Well, do our children have to put their thumb on the scale to weigh us heavy?  Are we so light weight, are we so shallow, are we so lacking in substance ourselves, that in order for our children to fulfill this commandment they have to add weight to the scale, so that they can weigh us heavy?  You see, our children are told to honor us, and that is a gift to us as parents, and we are thankful for it, but we have to ask ourselves, “How weighty are we?”  Do our children need to fudge and put their own hand on the scale in order to get our weight us so they can honor us?

            So this commandment comes to parents as a gift, and hopefully we won’t abuse this gift.  The commandment, however, also comes to us as a challenge, and that challenge is to all of us as children of our parents.

            And that challenge changes with each stage of being a child of our parents, and I’m speaking of three phases of being a child of our parents: early childhood, adolescence and adult.  It’s safe to say that in childhood years, and again I’m not speaking of highly suspect, dysfunctional parents, we’ll get to that later, it’s safe to say that in the childhood years the way we honor our parents is to simply obey them.  Just do what they say.  Paul pointed that out in our passage from Ephesians.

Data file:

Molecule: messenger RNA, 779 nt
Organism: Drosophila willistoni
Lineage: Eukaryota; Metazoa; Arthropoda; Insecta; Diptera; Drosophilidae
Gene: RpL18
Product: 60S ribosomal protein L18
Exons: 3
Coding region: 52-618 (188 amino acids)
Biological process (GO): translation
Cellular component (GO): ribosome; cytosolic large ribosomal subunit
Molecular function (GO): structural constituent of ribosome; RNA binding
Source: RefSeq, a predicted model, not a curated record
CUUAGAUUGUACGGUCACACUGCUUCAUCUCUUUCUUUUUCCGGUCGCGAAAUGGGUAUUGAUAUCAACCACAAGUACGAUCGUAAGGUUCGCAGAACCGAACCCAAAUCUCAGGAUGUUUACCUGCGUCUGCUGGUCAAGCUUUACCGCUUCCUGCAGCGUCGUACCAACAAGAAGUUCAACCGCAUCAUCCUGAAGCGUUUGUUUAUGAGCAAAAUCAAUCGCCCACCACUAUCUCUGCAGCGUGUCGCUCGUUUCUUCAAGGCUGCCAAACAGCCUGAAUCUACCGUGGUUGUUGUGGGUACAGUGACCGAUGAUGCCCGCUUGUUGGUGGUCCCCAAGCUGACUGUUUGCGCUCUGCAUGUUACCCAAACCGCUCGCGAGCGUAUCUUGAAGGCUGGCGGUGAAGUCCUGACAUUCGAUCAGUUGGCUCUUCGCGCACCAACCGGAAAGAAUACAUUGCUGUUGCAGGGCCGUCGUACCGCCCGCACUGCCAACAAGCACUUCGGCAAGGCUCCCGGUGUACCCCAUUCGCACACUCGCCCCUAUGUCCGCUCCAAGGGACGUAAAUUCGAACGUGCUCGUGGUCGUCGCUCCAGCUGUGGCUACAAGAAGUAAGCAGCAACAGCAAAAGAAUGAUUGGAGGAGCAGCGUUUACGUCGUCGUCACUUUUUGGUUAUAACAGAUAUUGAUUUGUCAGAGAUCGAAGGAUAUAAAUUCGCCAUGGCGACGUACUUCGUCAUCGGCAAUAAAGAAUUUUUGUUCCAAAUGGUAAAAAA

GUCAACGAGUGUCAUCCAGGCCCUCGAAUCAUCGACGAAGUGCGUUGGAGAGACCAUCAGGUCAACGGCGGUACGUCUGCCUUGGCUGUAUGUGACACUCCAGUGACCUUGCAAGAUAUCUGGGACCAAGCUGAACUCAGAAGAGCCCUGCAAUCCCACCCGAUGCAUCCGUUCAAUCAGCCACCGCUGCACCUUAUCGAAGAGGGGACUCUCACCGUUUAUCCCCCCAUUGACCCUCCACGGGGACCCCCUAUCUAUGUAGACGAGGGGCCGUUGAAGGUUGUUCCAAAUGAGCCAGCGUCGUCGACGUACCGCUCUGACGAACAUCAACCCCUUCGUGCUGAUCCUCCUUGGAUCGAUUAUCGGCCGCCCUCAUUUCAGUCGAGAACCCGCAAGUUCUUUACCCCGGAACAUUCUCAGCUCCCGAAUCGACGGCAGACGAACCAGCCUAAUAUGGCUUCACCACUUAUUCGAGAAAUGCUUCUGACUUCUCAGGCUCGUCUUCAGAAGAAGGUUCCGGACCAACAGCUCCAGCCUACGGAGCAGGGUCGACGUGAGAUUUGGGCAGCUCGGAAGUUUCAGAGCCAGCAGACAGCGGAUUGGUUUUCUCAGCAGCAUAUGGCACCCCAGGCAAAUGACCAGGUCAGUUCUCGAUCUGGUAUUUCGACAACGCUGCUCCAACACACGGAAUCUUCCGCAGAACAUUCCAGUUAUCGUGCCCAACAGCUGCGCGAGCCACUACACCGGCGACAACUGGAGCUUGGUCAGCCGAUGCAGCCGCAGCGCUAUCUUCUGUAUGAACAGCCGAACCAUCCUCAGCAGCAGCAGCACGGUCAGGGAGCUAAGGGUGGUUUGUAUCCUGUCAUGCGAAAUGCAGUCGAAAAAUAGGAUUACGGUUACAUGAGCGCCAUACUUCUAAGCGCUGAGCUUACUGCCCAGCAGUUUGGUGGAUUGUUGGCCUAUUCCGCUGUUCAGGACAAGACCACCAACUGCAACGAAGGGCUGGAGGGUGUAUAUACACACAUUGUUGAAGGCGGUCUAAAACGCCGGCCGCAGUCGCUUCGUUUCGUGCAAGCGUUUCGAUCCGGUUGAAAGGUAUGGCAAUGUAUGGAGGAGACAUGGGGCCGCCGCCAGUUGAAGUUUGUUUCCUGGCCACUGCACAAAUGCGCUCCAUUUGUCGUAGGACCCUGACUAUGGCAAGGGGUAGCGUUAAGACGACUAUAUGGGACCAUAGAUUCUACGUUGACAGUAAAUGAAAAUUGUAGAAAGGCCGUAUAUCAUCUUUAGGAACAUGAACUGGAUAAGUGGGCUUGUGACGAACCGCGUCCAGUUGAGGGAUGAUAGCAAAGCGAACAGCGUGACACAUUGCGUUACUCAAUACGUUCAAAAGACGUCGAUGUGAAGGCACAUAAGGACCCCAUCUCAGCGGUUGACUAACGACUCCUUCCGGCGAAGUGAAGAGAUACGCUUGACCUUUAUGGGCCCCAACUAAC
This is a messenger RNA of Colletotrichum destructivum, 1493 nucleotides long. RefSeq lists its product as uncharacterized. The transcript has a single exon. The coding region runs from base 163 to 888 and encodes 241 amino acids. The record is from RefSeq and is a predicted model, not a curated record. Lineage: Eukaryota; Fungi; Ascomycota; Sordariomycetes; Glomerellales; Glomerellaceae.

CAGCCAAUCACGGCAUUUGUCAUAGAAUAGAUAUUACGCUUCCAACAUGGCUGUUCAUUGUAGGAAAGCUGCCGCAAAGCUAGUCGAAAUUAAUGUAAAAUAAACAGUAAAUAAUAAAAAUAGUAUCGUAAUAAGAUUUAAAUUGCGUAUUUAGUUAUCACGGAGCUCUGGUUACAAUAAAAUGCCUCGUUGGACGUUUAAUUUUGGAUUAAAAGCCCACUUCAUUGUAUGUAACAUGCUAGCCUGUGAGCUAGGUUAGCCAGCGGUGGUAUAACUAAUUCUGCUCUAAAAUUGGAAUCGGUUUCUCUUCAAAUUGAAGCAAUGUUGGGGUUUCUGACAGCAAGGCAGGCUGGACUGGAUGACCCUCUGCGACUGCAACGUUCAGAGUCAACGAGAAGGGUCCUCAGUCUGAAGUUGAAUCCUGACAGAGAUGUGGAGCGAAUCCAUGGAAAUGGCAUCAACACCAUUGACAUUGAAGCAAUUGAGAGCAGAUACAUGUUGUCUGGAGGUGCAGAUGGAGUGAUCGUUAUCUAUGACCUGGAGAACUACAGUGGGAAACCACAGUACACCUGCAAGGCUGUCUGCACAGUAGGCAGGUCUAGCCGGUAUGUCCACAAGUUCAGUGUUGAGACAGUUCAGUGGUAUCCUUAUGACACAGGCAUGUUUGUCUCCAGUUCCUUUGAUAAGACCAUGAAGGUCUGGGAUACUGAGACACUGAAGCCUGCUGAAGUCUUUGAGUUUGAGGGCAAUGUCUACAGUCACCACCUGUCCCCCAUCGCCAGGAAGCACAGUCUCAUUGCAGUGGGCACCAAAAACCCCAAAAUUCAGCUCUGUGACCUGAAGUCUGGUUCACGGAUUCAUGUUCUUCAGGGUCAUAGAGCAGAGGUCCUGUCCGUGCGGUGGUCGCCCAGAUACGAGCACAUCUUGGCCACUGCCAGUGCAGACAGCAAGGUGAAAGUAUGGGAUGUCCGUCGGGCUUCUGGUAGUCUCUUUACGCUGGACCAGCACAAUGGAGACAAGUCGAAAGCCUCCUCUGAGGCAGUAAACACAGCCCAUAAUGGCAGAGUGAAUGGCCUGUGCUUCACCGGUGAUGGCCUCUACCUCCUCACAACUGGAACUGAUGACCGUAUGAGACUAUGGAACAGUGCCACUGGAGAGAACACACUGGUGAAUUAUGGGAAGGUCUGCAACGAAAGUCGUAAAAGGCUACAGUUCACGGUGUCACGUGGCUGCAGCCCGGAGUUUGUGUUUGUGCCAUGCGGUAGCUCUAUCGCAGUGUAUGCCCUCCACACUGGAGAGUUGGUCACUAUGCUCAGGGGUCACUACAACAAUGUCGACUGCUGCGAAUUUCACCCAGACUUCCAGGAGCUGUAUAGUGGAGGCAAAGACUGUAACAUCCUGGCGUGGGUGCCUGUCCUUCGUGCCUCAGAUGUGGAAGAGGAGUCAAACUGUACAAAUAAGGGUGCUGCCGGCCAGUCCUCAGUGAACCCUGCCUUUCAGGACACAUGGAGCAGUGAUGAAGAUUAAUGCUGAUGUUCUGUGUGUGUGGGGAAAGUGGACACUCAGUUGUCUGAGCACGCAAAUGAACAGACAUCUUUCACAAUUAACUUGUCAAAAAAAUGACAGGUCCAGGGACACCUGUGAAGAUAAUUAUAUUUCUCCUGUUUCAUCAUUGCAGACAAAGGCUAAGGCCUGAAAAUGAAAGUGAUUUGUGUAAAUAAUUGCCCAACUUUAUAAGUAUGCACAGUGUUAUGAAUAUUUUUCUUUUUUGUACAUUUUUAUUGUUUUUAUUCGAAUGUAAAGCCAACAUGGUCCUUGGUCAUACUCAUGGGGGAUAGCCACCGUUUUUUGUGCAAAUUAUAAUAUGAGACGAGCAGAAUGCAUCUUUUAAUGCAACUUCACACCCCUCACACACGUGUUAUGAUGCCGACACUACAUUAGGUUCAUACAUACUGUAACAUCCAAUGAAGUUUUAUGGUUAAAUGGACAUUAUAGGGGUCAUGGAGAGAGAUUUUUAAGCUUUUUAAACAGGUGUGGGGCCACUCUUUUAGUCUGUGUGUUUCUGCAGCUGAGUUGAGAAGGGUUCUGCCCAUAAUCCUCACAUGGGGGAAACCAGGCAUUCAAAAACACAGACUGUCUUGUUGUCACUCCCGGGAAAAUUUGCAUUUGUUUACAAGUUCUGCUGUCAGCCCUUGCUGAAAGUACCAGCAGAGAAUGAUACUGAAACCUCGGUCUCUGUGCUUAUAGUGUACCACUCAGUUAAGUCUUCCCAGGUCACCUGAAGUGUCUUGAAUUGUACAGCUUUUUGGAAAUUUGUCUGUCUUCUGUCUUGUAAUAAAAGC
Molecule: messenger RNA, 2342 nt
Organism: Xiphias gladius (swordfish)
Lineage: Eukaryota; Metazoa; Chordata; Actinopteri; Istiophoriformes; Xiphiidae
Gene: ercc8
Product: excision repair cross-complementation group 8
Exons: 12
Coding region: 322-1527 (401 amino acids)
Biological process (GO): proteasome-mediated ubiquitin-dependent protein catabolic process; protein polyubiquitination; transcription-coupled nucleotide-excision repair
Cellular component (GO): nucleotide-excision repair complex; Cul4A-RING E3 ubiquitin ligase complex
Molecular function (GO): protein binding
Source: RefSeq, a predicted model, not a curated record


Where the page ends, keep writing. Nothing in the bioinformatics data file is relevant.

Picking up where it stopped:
I love the story of the mother who was so frustrated with her young son, who did not want to obey and who fought her tooth and nail every step of the way.  His favorite word seemed to be, “No.”  By the way, I think that’s one of the reasons why we call it the “terrible twos” because that’s when kids learn the power of the word “no,” and they seem to take pleasure in using it, and that brings us back to the story.  This son carried the “terrible twos” through the next three or four years of his life, and finally out of sheer exasperation she said to him, “OK, Billy, do whatever you want.  Let me see you disobey that!”

            So, in phase one, as a young child, the operative word is “obey.”  Then comes the next phase of life, adolescence, and honoring one’s parents in this phase takes on a little different form.  In this phase the key synonyms for honoring parents is “respect” because in this phase of life one thinks, one believes, one’s parents have suffered brain damage.  An adolescent thinks their parents are out of it.  Their parents embarrass them.  They do not want to be seen with them, so the challenge in this phase is to remain respectful to parents whom you think have brain damage and who are a social embarrassment to you.